Moreover, while modern vertical farming units have successfully grown crops such as lettuce and tomatoes that don’t require much water, other crops with different irrigation needs are not as easy to grow. 

The complexity of growing different varieties of crops requiring different nutritional inputs, water dosages, and times to gestate and grow means that any vertical farming facility would not only require a highly trained team of support staff to monitor crop production but also need to be powered 24/7 and have access to a steady supply of freshwater. Therefore, the operational costs of vertical farming remain quite high. 

Perhaps the biggest and most complex obstacle by far is the tenability of indoor pollination mechanisms. The issue with using good old regular honey bees in vertical farming is that they are not as effective in such an enclosed space as they would be outdoors. Artificial light from LED lights might hamper their sense of direction, and natural pollination is always a painstakingly time-consuming process. 

So, what is the suitable alternative? Robotic bees, of course. While they’re currently far from being a perfect technology, scientists worldwide are actively working to see how artificial bees can help pollinate under the right conditions by using artificial intelligence, spatial sensing, and mapping.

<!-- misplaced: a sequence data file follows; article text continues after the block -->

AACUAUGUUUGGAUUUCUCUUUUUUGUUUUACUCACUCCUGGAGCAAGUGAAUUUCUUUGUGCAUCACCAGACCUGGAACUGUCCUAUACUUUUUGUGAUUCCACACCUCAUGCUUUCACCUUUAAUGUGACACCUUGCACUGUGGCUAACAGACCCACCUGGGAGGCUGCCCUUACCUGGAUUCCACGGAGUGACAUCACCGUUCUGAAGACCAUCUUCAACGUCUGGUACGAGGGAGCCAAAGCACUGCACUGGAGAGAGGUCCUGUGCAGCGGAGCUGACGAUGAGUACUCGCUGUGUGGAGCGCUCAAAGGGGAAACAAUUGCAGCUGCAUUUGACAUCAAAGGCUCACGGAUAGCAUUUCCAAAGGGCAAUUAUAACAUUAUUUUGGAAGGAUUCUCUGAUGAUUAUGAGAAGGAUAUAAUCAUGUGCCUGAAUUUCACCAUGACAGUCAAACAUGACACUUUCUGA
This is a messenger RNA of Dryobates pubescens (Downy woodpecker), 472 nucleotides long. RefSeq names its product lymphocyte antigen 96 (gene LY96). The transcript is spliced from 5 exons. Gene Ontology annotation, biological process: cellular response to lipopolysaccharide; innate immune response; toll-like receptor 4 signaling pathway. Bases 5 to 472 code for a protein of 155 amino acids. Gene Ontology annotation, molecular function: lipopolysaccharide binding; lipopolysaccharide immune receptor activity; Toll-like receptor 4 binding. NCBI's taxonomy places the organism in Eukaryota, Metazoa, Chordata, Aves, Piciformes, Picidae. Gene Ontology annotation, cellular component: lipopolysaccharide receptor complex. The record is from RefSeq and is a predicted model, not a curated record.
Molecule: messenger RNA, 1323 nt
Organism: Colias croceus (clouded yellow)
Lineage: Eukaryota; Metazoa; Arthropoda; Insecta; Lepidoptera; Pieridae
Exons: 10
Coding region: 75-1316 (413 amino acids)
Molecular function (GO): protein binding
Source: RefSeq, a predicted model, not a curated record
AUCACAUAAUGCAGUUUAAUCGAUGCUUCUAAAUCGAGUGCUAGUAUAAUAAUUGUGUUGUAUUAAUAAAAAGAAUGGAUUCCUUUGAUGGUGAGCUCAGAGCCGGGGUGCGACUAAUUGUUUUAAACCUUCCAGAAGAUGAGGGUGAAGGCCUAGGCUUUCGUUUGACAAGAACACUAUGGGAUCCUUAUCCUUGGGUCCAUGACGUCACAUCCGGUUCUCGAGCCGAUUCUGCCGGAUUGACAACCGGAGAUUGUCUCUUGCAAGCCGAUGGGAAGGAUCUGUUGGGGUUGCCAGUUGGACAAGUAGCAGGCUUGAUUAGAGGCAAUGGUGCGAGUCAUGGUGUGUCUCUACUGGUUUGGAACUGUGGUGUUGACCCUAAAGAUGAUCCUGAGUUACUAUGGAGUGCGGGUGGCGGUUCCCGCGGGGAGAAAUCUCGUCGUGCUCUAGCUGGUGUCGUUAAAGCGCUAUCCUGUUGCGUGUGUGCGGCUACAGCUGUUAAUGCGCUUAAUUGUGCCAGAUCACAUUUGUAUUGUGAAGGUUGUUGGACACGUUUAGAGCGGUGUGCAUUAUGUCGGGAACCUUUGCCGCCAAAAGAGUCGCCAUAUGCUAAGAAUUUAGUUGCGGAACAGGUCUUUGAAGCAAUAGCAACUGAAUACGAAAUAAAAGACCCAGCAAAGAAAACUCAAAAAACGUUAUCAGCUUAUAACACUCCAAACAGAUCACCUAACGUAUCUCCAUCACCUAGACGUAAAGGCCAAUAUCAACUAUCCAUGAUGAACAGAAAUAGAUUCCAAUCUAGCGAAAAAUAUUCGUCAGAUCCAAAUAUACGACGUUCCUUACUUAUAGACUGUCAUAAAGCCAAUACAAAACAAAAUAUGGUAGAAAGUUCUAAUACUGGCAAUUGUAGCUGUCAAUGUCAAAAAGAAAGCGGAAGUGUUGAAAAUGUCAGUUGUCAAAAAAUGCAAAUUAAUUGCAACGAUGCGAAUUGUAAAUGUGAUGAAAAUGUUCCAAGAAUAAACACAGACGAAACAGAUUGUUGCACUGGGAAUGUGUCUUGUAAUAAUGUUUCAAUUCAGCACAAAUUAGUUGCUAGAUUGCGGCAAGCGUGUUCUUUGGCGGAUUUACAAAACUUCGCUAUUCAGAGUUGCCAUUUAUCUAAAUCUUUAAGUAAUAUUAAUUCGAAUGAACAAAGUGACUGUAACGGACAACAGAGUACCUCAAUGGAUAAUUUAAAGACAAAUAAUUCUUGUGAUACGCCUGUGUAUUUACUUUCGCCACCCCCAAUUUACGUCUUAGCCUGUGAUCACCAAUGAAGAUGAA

Though typically small in size, the scope and potential for these robotic minions are enormous. One current prototype is the RoboBee, a small, insect-sized robotic bee developed by researchers at the Wyss Institute of Harvard University, which uses tiny artificial muscles that can contract and relax. According to the Wyss Institute, the goal of the RoboBee project is to “develop autonomous micro-aerial vehicles capable of self-contained, self-directed flight and of achieving coordinated behavior in large groups” — behavior much akin to that of a normal bee but more efficient. 

The advantage of using such hard-working mechanical workers is that they would facilitate a more efficient pollination process and help tackle a number of issues, such as limiting pathogens, enhancing productivity, and theoretically helping in crop production for future space missions. Because robotic bees have longer lifespans than natural bees, their net productivity will be higher than that of regular bees, enabling them to work for longer periods.

The future for alternative farming is truly exciting and has vast potential to meet humanity’s current and future demands. Perhaps it wouldn’t be unreasonable to assume that in a few short decades, the vegetables in your burrito bowl from the local Chipotle could be sourced from an indoor farm down the block the size of a skyscraper, aided by tens of thousands of tiny, drone-like robotic bees. Sounds like something straight out of Black Mirror, doesn’t it?